Reproductive System What is the Reproductive System? It is a system of organs within an organism which work together for the purpose of reproduction Unlike most organ systems, the sexes of differentiated species often have signiﬁcant differences. These differences allow for a combination of genetic material between two individuals, which allows for the possibility of greater genetic ﬁtness of the offspring. Reproductive systems can be divided into the internal reproductive organs and the external genitalia. The gonads are the actual organs that produce the gametes. In the male, testes produce sperm, and in the female, ovaries make eggs.
Reproductive System Male Reproduction The male reproductive system is illustrated below. Sperm are produced in the testes located in the scrotum. Normal body temperature is too hot thus is lethal to sperm so the testes are outside of the abdominal cavity where the temperature is about 2° C (3.6° F) lower.
Reproductive System Male Reproduction If a man takes too many long, very hot baths, this can reduce his sperm count. Sperm are transferred to the epididymis, coiled tubules also found within the scrotum, that store sperm and are the site of their ﬁnal maturation.In ejaculation, sperm are forced up into the vas deferens (plural = vasa deferentia). From the epididymis, the vas deferens goes up, around the front of, over the top of, and behind the bladder.
Reproductive System Female Reproduction The female reproductive system is illustrated below. “Eggs” are produced in the ovaries. A woman’s body temperature is lowest around the time of ovulation to help insure sperm live longer to reach the egg.
Reproductive System Female Reproduction Only several hundred “eggs” (of about 400,000 produced) will actually ever be released during her reproductive years. Ovulation is the release of a mature “egg” due to the stimulation of leutenizing hormone (LH), which then stimulates the remaining follicle cells to turn into a corpus luteum which then secretes progesterone to prepare the uterus for possible implantation. If an egg is not fertilized and does not implant, the corpus luteum disintegrates and when it stops producing progesterone, the lining of the uterus breaks down and is shed.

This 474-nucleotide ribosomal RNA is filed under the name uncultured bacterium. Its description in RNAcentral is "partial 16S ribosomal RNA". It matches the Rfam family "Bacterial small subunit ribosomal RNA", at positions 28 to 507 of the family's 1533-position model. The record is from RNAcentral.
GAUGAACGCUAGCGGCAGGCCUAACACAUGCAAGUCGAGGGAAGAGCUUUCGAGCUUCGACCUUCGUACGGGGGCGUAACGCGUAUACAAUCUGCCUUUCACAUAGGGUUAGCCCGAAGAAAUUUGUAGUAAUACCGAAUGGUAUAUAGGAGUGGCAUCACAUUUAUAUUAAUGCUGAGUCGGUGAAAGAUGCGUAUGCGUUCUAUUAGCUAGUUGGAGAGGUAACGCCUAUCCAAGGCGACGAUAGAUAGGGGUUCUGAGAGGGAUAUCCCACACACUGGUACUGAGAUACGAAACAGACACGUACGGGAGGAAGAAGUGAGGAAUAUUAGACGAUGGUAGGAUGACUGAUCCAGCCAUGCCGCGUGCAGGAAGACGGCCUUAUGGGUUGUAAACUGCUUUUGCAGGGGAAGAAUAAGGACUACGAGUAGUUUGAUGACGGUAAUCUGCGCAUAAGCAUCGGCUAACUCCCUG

Reproductive System 3 Reproduction Terms Prostate Gland Testosterone Placenta
Reproductive SystemThe single prostate gland is located just below the urinary bladder.
Reproductive System Prostate GlandThe prostate gland is about the size of a walnut and surrounds the neck of a man’s bladder and urethra.As part of the male reproductive system, the prostate gland’s primary function is to secrete a slightly alkaline ﬂuid that forms part of the seminal ﬂuid, a ﬂuid that carries sperm. During male climax (orgasm), the muscular glands of the prostate help to propel the prostate ﬂuid, in addition to sperm that was produced in the testicles, into the urethra.
Reproductive System The male sex hormone Testosterone, which is responsible for the development of the male reproductive organs, sperm, and secondary sex characteristics, is all produced by the testes.
Reproductive System TestosteroneA steroid hormone from the androgen group and is found in mammals, reptiles, birds, and other vertebrates. In men, testosterone plays a key role in the development of male reproductive tissues such asthe testis and prostate as well as promoting secondary sexual characteristics such as increased muscle, bone mass, and the growth of body hair.On average, in adult human males, the plasma concentration of testosterone is about 7-8 times as great as the concentration in adult human females plasma.
Reproductive System The fetus receives nourishment from its mother by way of the Placenta.
Reproductive System Placenta An organ that connects the developing fetus to the uterine wall to allow nutrient uptake, waste elimination, and gas exchange via the mothers blood supply. The perfusion of the intravillus spaces of the placenta with maternal blood allows thetransfer of nutrients and oxygen from the mother to the fetus and the transfer of waste products and carbon dioxide back from the fetus to the maternal blood supply. Adverse pregnancy situations, such as those involving maternal diabetes or obesity, can increase or decrease levels of nutrient transporters in the placenta resulting in overgrowth or restricted growth of the fetus.